Don’t ask.  Don’t tell.

It’s not your business.

But Biden went on, being a pain-in the-ass rather nicely:


"Do you think torture might be justified - not a memorandum - just a question to you, attorney general of the United States?" Biden asked.

"I am not going to issue or otherwise discuss hypotheticals.  I will leave that to academics," Ashcroft replied.

"John, you sound like you're in the State Department," Biden shot back.

"I condemn torture. ... I don't think it's productive, let alone justified," Ashcroft responded.

Biden told Ashcroft "there's a reason why we (Congress) sign those (anti-torture) treaties" and it is to protect U.S. military personnel.


Biden doesn’t get it. 


I think the idea is others cannot do this torture thing – if they do they will get blasted.  We can do such things.  One of the perks of being the only superpower left in this world?

The AP item goes on to explain that Pentagon spokesman Lawrence Di Rita said Monday that a policy paper detailing staff legal analysis was part of an internal administration debate on how to obtain intelligence from al-Qaida operatives in U.S. custody, within the confines of a standard of humane treatment.  The intelligence sought was to prevent terrorist attacks, he said.

And that makes lots of things okay, as the current argument goes.

Di Rita also said the final set of interrogation methods adopted for use at Guantánamo in April 2003 are humane, legal and useful — and more restrictive than the methods some had proposed.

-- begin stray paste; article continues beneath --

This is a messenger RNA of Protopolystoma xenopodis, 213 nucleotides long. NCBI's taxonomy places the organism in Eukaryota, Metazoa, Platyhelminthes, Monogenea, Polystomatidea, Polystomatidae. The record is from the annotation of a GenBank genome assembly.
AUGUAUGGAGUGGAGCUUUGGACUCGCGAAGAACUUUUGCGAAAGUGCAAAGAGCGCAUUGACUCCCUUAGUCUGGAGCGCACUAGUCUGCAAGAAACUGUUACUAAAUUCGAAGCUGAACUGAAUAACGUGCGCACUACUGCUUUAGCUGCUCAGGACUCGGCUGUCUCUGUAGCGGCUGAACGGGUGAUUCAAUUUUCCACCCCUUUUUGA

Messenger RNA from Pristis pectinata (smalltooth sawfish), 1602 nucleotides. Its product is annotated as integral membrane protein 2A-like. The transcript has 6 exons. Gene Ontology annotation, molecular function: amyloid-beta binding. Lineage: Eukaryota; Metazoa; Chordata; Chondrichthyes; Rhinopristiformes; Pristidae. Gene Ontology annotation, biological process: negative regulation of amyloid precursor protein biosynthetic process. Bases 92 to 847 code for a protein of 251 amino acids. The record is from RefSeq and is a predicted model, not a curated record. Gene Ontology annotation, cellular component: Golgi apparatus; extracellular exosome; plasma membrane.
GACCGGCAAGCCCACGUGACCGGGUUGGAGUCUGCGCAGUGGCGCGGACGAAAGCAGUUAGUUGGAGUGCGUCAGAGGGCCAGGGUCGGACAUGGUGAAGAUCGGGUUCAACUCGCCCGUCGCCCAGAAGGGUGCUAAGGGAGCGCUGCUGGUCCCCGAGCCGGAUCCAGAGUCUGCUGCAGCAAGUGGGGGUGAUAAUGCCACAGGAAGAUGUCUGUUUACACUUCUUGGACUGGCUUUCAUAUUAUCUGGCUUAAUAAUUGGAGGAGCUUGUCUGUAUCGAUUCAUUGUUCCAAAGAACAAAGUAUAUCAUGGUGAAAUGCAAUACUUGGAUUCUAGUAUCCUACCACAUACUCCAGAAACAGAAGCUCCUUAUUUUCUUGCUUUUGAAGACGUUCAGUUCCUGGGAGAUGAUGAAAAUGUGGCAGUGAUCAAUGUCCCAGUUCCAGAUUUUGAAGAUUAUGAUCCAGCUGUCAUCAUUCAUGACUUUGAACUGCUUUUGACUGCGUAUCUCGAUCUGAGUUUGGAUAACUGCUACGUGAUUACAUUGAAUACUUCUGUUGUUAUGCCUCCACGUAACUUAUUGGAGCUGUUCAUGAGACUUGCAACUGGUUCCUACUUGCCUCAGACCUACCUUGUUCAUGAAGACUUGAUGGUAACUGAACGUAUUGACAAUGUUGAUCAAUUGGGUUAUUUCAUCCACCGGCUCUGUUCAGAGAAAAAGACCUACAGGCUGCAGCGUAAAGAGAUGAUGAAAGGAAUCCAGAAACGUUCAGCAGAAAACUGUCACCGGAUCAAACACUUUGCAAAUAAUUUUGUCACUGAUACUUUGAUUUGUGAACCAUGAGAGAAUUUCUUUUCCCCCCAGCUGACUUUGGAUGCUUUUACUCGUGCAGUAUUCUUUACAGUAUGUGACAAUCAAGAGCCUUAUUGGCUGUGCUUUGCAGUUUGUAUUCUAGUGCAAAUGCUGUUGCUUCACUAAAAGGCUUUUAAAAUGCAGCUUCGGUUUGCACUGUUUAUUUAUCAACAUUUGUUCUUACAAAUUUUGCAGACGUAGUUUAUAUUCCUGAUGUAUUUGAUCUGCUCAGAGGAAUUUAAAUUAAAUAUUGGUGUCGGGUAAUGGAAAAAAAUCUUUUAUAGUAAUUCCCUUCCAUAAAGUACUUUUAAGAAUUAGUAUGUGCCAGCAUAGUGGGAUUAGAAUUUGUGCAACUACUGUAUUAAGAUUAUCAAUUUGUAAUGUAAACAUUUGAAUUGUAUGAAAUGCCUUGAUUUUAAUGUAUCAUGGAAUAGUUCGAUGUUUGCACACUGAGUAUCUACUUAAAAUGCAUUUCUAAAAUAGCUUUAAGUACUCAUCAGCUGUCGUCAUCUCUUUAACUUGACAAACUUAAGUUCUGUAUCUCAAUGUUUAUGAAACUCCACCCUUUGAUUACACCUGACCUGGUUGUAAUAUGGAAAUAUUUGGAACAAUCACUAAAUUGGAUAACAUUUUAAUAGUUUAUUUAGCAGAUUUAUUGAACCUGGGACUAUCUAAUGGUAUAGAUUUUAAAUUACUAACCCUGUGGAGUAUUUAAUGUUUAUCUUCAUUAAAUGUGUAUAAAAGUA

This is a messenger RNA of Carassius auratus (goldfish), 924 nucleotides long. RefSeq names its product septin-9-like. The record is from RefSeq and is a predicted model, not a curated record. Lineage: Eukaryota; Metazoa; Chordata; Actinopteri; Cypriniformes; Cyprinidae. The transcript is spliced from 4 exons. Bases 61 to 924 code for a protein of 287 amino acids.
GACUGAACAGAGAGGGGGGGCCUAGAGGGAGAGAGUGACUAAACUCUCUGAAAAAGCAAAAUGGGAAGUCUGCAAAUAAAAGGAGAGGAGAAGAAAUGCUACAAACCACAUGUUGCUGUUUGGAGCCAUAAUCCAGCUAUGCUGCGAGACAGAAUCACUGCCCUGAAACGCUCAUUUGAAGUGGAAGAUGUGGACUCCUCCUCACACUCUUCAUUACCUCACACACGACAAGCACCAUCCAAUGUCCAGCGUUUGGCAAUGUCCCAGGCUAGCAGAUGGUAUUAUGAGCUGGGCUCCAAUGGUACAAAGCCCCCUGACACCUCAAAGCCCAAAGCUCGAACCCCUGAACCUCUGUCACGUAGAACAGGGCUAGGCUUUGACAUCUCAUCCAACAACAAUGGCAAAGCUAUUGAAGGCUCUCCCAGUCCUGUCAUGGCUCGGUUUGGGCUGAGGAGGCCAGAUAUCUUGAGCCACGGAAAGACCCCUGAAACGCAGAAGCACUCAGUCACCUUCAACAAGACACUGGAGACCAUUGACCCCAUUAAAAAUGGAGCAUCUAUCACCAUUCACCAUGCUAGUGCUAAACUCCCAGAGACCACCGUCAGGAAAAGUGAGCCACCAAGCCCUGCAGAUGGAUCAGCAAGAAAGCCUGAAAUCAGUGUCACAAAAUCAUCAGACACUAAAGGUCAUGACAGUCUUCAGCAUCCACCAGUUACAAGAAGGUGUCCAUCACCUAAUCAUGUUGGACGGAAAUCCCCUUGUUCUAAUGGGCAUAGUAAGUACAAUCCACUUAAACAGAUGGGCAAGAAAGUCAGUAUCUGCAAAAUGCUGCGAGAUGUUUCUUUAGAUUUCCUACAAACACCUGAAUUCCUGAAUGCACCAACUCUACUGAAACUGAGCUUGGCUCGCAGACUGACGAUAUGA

So, gee whiz, it could have been worse.  We were practicing great restraint.  Give the Bush team some credit here!

I’m not sure any of this makes it all better.

Does this story have legs?  Perhaps.



Kevin Drum at the Washington Monthly is keeping track of these administration memos and position papers regarding torture of enemy prisoners – if you’re enthralled by this “smoking gun” idea.  He points out that the Washington Post came up with another one this week, from August of 2002.

Four. Here’s his summary:


January 9, 2002: Justice Department lawyers John Yoo and Robert J. Delahunty argue that "customary international law of armed conflict in no way binds...the President or the U.S. Armed Forces."  Despite this "anything goes" argument, they go on to say that President Bush could still put Al Qaeda and Taliban fighters on trial as war criminals if they violate international laws.